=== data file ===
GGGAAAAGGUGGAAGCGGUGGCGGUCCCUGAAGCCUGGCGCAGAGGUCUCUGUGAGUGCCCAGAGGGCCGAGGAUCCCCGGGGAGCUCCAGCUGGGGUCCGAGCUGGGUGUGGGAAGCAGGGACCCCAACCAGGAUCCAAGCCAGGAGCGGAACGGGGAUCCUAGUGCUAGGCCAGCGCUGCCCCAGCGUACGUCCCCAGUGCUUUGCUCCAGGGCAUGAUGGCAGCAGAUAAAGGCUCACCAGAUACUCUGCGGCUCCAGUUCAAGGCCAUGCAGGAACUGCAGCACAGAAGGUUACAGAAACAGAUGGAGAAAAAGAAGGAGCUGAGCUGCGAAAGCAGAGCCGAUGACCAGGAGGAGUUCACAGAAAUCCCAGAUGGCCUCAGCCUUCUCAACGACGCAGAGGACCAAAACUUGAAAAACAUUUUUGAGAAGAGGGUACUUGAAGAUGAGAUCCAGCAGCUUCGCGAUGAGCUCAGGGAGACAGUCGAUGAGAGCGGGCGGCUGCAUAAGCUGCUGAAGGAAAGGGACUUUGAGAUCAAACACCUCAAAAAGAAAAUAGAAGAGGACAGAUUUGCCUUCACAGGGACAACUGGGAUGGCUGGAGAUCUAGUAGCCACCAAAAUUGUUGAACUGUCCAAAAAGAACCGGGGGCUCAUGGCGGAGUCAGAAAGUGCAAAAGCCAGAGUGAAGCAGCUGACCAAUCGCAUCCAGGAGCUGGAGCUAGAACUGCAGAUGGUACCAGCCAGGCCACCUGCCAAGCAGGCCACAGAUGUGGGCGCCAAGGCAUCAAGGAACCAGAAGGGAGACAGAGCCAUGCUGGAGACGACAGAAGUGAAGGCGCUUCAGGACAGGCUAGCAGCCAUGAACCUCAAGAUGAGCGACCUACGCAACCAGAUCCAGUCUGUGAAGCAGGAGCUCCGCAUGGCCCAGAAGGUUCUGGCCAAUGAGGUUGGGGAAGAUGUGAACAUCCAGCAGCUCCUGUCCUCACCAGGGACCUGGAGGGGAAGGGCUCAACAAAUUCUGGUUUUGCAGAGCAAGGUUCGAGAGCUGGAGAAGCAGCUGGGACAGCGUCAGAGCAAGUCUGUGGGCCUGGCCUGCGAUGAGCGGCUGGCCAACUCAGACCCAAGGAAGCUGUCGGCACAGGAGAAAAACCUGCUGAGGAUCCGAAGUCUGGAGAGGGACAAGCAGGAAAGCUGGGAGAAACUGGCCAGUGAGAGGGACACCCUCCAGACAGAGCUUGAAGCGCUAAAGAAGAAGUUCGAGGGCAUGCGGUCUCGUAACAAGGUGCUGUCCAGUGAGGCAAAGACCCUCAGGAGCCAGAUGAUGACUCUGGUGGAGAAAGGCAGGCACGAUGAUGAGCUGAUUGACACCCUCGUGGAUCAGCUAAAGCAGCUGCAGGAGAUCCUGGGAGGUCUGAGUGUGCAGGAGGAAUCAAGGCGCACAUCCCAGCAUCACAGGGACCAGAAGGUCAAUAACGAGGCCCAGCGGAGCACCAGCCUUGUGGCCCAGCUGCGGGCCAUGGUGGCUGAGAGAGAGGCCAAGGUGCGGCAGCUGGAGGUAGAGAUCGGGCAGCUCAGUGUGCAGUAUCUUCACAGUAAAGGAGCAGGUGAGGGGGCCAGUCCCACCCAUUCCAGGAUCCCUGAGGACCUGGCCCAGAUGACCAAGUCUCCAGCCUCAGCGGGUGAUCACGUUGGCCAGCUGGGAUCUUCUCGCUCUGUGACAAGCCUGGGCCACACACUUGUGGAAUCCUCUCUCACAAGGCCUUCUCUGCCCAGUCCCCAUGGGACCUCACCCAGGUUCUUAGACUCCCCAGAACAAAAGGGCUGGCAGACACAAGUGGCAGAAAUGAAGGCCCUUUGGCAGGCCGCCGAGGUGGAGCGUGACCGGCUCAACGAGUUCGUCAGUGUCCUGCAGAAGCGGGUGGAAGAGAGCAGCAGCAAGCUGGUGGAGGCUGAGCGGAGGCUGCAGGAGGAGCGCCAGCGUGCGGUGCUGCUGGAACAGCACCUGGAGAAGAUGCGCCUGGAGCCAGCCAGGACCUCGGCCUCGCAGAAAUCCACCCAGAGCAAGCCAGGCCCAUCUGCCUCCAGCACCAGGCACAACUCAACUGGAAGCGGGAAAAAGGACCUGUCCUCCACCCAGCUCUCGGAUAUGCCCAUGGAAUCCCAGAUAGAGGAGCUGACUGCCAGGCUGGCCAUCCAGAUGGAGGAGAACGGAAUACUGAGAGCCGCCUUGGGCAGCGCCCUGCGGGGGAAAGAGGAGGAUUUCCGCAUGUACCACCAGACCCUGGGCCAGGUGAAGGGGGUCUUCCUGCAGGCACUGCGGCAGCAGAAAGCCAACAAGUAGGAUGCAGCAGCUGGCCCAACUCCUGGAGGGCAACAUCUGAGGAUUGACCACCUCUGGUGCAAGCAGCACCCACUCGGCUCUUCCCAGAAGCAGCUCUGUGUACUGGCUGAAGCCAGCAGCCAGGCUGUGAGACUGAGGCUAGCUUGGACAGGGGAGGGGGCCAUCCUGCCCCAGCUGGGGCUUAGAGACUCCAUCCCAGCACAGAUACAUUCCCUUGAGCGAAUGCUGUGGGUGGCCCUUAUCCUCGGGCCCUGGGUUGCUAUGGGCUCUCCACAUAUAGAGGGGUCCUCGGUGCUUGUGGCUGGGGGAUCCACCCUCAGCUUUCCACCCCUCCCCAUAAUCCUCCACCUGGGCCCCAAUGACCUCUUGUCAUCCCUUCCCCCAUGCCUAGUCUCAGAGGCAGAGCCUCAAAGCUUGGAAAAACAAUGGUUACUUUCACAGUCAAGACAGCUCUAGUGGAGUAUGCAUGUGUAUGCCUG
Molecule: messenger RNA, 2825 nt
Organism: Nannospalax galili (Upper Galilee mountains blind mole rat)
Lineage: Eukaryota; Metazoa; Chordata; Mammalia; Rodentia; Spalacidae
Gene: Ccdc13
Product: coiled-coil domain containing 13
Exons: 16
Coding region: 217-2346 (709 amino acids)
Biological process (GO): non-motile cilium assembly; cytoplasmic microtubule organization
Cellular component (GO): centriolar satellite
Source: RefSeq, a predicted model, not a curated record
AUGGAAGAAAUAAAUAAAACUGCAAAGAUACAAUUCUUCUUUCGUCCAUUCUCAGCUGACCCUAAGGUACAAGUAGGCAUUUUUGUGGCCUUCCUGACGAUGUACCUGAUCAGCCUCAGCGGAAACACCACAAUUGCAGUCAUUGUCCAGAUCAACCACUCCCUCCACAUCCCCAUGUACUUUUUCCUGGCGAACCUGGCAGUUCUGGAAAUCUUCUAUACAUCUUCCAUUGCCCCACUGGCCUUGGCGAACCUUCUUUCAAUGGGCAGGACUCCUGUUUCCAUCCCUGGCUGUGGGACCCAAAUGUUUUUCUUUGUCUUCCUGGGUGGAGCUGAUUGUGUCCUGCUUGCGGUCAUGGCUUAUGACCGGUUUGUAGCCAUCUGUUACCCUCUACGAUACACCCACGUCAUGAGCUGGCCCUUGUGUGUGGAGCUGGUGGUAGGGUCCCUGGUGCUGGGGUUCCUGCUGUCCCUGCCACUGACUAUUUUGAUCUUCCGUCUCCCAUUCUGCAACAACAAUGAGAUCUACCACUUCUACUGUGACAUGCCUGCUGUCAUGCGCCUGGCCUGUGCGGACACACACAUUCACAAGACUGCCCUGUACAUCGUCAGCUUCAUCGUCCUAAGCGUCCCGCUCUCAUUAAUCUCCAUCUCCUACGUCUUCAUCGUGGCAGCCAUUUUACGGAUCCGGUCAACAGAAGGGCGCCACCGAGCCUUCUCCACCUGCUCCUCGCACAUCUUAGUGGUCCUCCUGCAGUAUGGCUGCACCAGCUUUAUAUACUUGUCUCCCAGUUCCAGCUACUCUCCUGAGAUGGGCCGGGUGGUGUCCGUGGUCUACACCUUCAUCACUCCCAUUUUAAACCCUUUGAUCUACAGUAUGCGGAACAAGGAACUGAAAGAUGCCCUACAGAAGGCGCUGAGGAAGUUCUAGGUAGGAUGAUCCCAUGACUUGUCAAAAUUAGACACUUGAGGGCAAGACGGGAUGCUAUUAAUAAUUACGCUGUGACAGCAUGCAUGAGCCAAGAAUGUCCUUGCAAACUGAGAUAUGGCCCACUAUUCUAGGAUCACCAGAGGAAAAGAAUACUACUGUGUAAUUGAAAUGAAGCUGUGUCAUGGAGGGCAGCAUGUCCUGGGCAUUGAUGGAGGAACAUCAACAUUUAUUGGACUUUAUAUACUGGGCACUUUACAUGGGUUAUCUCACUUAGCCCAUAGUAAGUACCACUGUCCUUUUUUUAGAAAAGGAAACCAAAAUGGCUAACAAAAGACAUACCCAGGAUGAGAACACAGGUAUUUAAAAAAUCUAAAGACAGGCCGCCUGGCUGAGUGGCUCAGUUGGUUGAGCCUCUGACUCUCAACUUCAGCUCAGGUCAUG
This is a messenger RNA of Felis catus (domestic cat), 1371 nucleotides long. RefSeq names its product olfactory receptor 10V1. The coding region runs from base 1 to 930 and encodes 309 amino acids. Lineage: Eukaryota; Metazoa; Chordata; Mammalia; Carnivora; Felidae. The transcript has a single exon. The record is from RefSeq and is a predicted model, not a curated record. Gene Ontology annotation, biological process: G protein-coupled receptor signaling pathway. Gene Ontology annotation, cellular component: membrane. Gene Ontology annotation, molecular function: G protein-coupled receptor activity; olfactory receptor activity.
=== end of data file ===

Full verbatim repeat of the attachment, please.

GGGAAAAGGUGGAAGCGGUGGCGGUCCCUGAAGCCUGGCGCAGAGGUCUCUGUGAGUGCCCAGAGGGCCGAGGAUCCCCGGGGAGCUCCAGCUGGGGUCCGAGCUGGGUGUGGGAAGCAGGGACCCCAACCAGGAUCCAAGCCAGGAGCGGAACGGGGAUCCUAGUGCUAGGCCAGCGCUGCCCCAGCGUACGUCCCCAGUGCUUUGCUCCAGGGCAUGAUGGCAGCAGAUAAAGGCUCACCAGAUACUCUGCGGCUCCAGUUCAAGGCCAUGCAGGAACUGCAGCACAGAAGGUUACAGAAACAGAUGGAGAAAAAGAAGGAGCUGAGCUGCGAAAGCAGAGCCGAUGACCAGGAGGAGUUCACAGAAAUCCCAGAUGGCCUCAGCCUUCUCAACGACGCAGAGGACCAAAACUUGAAAAACAUUUUUGAGAAGAGGGUACUUGAAGAUGAGAUCCAGCAGCUUCGCGAUGAGCUCAGGGAGACAGUCGAUGAGAGCGGGCGGCUGCAUAAGCUGCUGAAGGAAAGGGACUUUGAGAUCAAACACCUCAAAAAGAAAAUAGAAGAGGACAGAUUUGCCUUCACAGGGACAACUGGGAUGGCUGGAGAUCUAGUAGCCACCAAAAUUGUUGAACUGUCCAAAAAGAACCGGGGGCUCAUGGCGGAGUCAGAAAGUGCAAAAGCCAGAGUGAAGCAGCUGACCAAUCGCAUCCAGGAGCUGGAGCUAGAACUGCAGAUGGUACCAGCCAGGCCACCUGCCAAGCAGGCCACAGAUGUGGGCGCCAAGGCAUCAAGGAACCAGAAGGGAGACAGAGCCAUGCUGGAGACGACAGAAGUGAAGGCGCUUCAGGACAGGCUAGCAGCCAUGAACCUCAAGAUGAGCGACCUACGCAACCAGAUCCAGUCUGUGAAGCAGGAGCUCCGCAUGGCCCAGAAGGUUCUGGCCAAUGAGGUUGGGGAAGAUGUGAACAUCCAGCAGCUCCUGUCCUCACCAGGGACCUGGAGGGGAAGGGCUCAACAAAUUCUGGUUUUGCAGAGCAAGGUUCGAGAGCUGGAGAAGCAGCUGGGACAGCGUCAGAGCAAGUCUGUGGGCCUGGCCUGCGAUGAGCGGCUGGCCAACUCAGACCCAAGGAAGCUGUCGGCACAGGAGAAAAACCUGCUGAGGAUCCGAAGUCUGGAGAGGGACAAGCAGGAAAGCUGGGAGAAACUGGCCAGUGAGAGGGACACCCUCCAGACAGAGCUUGAAGCGCUAAAGAAGAAGUUCGAGGGCAUGCGGUCUCGUAACAAGGUGCUGUCCAGUGAGGCAAAGACCCUCAGGAGCCAGAUGAUGACUCUGGUGGAGAAAGGCAGGCACGAUGAUGAGCUGAUUGACACCCUCGUGGAUCAGCUAAAGCAGCUGCAGGAGAUCCUGGGAGGUCUGAGUGUGCAGGAGGAAUCAAGGCGCACAUCCCAGCAUCACAGGGACCAGAAGGUCAAUAACGAGGCCCAGCGGAGCACCAGCCUUGUGGCCCAGCUGCGGGCCAUGGUGGCUGAGAGAGAGGCCAAGGUGCGGCAGCUGGAGGUAGAGAUCGGGCAGCUCAGUGUGCAGUAUCUUCACAGUAAAGGAGCAGGUGAGGGGGCCAGUCCCACCCAUUCCAGGAUCCCUGAGGACCUGGCCCAGAUGACCAAGUCUCCAGCCUCAGCGGGUGAUCACGUUGGCCAGCUGGGAUCUUCUCGCUCUGUGACAAGCCUGGGCCACACACUUGUGGAAUCCUCUCUCACAAGGCCUUCUCUGCCCAGUCCCCAUGGGACCUCACCCAGGUUCUUAGACUCCCCAGAACAAAAGGGCUGGCAGACACAAGUGGCAGAAAUGAAGGCCCUUUGGCAGGCCGCCGAGGUGGAGCGUGACCGGCUCAACGAGUUCGUCAGUGUCCUGCAGAAGCGGGUGGAAGAGAGCAGCAGCAAGCUGGUGGAGGCUGAGCGGAGGCUGCAGGAGGAGCGCCAGCGUGCGGUGCUGCUGGAACAGCACCUGGAGAAGAUGCGCCUGGAGCCAGCCAGGACCUCGGCCUCGCAGAAAUCCACCCAGAGCAAGCCAGGCCCAUCUGCCUCCAGCACCAGGCACAACUCAACUGGAAGCGGGAAAAAGGACCUGUCCUCCACCCAGCUCUCGGAUAUGCCCAUGGAAUCCCAGAUAGAGGAGCUGACUGCCAGGCUGGCCAUCCAGAUGGAGGAGAACGGAAUACUGAGAGCCGCCUUGGGCAGCGCCCUGCGGGGGAAAGAGGAGGAUUUCCGCAUGUACCACCAGACCCUGGGCCAGGUGAAGGGGGUCUUCCUGCAGGCACUGCGGCAGCAGAAAGCCAACAAGUAGGAUGCAGCAGCUGGCCCAACUCCUGGAGGGCAACAUCUGAGGAUUGACCACCUCUGGUGCAAGCAGCACCCACUCGGCUCUUCCCAGAAGCAGCUCUGUGUACUGGCUGAAGCCAGCAGCCAGGCUGUGAGACUGAGGCUAGCUUGGACAGGGGAGGGGGCCAUCCUGCCCCAGCUGGGGCUUAGAGACUCCAUCCCAGCACAGAUACAUUCCCUUGAGCGAAUGCUGUGGGUGGCCCUUAUCCUCGGGCCCUGGGUUGCUAUGGGCUCUCCACAUAUAGAGGGGUCCUCGGUGCUUGUGGCUGGGGGAUCCACCCUCAGCUUUCCACCCCUCCCCAUAAUCCUCCACCUGGGCCCCAAUGACCUCUUGUCAUCCCUUCCCCCAUGCCUAGUCUCAGAGGCAGAGCCUCAAAGCUUGGAAAAACAAUGGUUACUUUCACAGUCAAGACAGCUCUAGUGGAGUAUGCAUGUGUAUGCCUG
Molecule: messenger RNA, 2825 nt
Organism: Nannospalax galili (Upper Galilee mountains blind mole rat)
Lineage: Eukaryota; Metazoa; Chordata; Mammalia; Rodentia; Spalacidae
Gene: Ccdc13
Product: coiled-coil domain containing 13
Exons: 16
Coding region: 217-2346 (709 amino acids)
Biological process (GO): non-motile cilium assembly; cytoplasmic microtubule organization
Cellular component (GO): centriolar satellite
Source: RefSeq, a predicted model, not a curated record
AUGGAAGAAAUAAAUAAAACUGCAAAGAUACAAUUCUUCUUUCGUCCAUUCUCAGCUGACCCUAAGGUACAAGUAGGCAUUUUUGUGGCCUUCCUGACGAUGUACCUGAUCAGCCUCAGCGGAAACACCACAAUUGCAGUCAUUGUCCAGAUCAACCACUCCCUCCACAUCCCCAUGUACUUUUUCCUGGCGAACCUGGCAGUUCUGGAAAUCUUCUAUACAUCUUCCAUUGCCCCACUGGCCUUGGCGAACCUUCUUUCAAUGGGCAGGACUCCUGUUUCCAUCCCUGGCUGUGGGACCCAAAUGUUUUUCUUUGUCUUCCUGGGUGGAGCUGAUUGUGUCCUGCUUGCGGUCAUGGCUUAUGACCGGUUUGUAGCCAUCUGUUACCCUCUACGAUACACCCACGUCAUGAGCUGGCCCUUGUGUGUGGAGCUGGUGGUAGGGUCCCUGGUGCUGGGGUUCCUGCUGUCCCUGCCACUGACUAUUUUGAUCUUCCGUCUCCCAUUCUGCAACAACAAUGAGAUCUACCACUUCUACUGUGACAUGCCUGCUGUCAUGCGCCUGGCCUGUGCGGACACACACAUUCACAAGACUGCCCUGUACAUCGUCAGCUUCAUCGUCCUAAGCGUCCCGCUCUCAUUAAUCUCCAUCUCCUACGUCUUCAUCGUGGCAGCCAUUUUACGGAUCCGGUCAACAGAAGGGCGCCACCGAGCCUUCUCCACCUGCUCCUCGCACAUCUUAGUGGUCCUCCUGCAGUAUGGCUGCACCAGCUUUAUAUACUUGUCUCCCAGUUCCAGCUACUCUCCUGAGAUGGGCCGGGUGGUGUCCGUGGUCUACACCUUCAUCACUCCCAUUUUAAACCCUUUGAUCUACAGUAUGCGGAACAAGGAACUGAAAGAUGCCCUACAGAAGGCGCUGAGGAAGUUCUAGGUAGGAUGAUCCCAUGACUUGUCAAAAUUAGACACUUGAGGGCAAGACGGGAUGCUAUUAAUAAUUACGCUGUGACAGCAUGCAUGAGCCAAGAAUGUCCUUGCAAACUGAGAUAUGGCCCACUAUUCUAGGAUCACCAGAGGAAAAGAAUACUACUGUGUAAUUGAAAUGAAGCUGUGUCAUGGAGGGCAGCAUGUCCUGGGCAUUGAUGGAGGAACAUCAACAUUUAUUGGACUUUAUAUACUGGGCACUUUACAUGGGUUAUCUCACUUAGCCCAUAGUAAGUACCACUGUCCUUUUUUUAGAAAAGGAAACCAAAAUGGCUAACAAAAGACAUACCCAGGAUGAGAACACAGGUAUUUAAAAAAUCUAAAGACAGGCCGCCUGGCUGAGUGGCUCAGUUGGUUGAGCCUCUGACUCUCAACUUCAGCUCAGGUCAUG
This is a messenger RNA of Felis catus (domestic cat), 1371 nucleotides long. RefSeq names its product olfactory receptor 10V1. The coding region runs from base 1 to 930 and encodes 309 amino acids. Lineage: Eukaryota; Metazoa; Chordata; Mammalia; Carnivora; Felidae. The transcript has a single exon. The record is from RefSeq and is a predicted model, not a curated record. Gene Ontology annotation, biological process: G protein-coupled receptor signaling pathway. Gene Ontology annotation, cellular component: membrane. Gene Ontology annotation, molecular function: G protein-coupled receptor activity; olfactory receptor activity.